Dosulepin (Prothiaden, Thaden)

Dosulepin is a tricyclic antidepressant. After 1998, it was also called dothiapin and was available under both generic names.

The Bottom Line: What You Really Need to Know


Dosulepin is used to treat depression with an anxiety component. It has not been approved by the FDA and is not available in the US.

Dosage and instructions

The effective dose of dosulepin varies widely between individuals. Most people start by taking 25 mg three times a day. The dose is gradually increased to 50 mg three times a day. It can also be taken as a single dose at bedtime. Some people may need up to 225 mg/day of dosulepin.

Elderly people usually need a reduced dose. The usual daily dose for elderly people is 50-75 mg/day.

How dosulepin works

Dosulepin and other antidepressants work by regulating the balance of neurotransmitter chemicals in the juncture between nerve cells. Imbalances in these substances, especially in serotonin, norepinephrine and dopamine are thought to cause mood and anxiety disorders. Dosulepin improves depression and anxiety by regulating the neurotransmitters, especially serotonin, dopamine and norepinephrine. It also affects other neurotransmitters, particular cholinergic substances. Many of the side effects of dosulepin are related to its anticholinergic actions.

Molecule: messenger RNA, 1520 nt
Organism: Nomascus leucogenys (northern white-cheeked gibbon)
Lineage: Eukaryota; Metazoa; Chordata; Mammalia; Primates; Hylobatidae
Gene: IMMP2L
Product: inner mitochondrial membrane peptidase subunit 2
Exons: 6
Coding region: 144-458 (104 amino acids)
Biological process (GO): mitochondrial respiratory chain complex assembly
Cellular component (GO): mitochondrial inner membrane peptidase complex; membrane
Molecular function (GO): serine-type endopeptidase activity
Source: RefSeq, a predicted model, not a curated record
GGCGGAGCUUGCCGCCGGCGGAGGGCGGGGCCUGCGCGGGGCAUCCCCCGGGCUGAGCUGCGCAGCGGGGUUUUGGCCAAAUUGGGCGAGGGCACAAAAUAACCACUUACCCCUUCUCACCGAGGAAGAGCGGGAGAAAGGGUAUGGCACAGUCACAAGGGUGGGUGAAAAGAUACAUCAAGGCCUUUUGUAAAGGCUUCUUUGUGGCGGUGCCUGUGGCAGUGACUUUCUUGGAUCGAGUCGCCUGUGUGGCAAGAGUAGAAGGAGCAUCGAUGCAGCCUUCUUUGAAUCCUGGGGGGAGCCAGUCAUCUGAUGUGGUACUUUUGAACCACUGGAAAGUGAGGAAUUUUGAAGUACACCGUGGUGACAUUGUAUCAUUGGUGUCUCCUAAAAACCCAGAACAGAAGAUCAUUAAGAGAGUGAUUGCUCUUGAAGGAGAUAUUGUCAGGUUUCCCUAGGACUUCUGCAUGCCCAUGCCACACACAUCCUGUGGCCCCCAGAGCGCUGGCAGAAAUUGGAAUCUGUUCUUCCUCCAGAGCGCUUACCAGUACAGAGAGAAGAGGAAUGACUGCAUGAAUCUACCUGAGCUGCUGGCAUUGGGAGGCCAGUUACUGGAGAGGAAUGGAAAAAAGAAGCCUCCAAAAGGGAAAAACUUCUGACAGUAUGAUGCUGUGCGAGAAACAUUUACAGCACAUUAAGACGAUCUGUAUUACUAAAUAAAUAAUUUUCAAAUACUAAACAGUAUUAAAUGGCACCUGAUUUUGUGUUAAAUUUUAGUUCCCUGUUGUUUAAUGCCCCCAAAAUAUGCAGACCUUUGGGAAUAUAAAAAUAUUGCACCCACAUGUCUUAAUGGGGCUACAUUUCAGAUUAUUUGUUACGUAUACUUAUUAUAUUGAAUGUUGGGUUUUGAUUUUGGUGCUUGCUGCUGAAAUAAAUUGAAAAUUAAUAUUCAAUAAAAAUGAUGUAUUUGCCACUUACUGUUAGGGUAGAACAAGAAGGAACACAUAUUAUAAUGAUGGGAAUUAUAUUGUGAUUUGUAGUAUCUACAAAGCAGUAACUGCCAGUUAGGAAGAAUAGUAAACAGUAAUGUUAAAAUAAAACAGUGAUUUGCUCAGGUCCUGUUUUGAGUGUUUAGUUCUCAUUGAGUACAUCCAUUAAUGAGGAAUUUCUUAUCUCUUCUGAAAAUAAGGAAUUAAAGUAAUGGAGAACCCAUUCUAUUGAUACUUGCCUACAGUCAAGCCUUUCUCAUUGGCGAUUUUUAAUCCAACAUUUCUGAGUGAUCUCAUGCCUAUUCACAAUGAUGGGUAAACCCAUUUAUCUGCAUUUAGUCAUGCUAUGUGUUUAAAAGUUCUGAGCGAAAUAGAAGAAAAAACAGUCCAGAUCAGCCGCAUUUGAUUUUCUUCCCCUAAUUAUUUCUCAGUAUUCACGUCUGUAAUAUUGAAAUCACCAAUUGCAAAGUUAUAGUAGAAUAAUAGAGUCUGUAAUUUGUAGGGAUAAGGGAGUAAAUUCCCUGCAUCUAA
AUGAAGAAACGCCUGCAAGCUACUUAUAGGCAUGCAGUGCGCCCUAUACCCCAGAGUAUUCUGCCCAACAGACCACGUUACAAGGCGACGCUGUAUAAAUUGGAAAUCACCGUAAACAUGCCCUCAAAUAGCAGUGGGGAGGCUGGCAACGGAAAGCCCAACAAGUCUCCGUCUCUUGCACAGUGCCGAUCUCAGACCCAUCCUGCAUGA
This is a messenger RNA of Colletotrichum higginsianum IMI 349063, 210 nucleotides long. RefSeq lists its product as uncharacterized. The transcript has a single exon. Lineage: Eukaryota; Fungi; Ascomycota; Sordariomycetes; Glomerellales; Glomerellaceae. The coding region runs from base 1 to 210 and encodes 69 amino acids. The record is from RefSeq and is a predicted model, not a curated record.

Side Effects

Many people experience mild, transient side effects when they first begin taking dosulepine. These can include dry mouth, metallic taste, constipation and large bowel movements and blurred vision.

Other side effects can include heart palpitations, difficulty urinating, tremors, low blood pressure (especially if you stand up suddenly), sexual problems, sweating, and sensitivity to sunlight.


Alcohol and other intoxicants and central nervous system depressants increase the effect of dosulepin.

Dangerous interactions can occur between dosulepin and other antidepressants, including MAOI and SSRI antidepressants. Symptoms can range from anxiety, restlessness and trembling to seizures, delusions and hallucinations, delirium, high fever, cardiovascular instability, and death.

Medications that regulate the heart beat can also interact with dosulepin.

Dosulepin can interact with anesthetics and should not be taken prior to elective surgeries.


The dose of dosulepin should be gradually tapered before you stop taking it. If you stop too quickly, you can experience dizziness, nausea, headache, chills, anxiety and other discontinuation symptoms.

Warnings, precautions and contraindications

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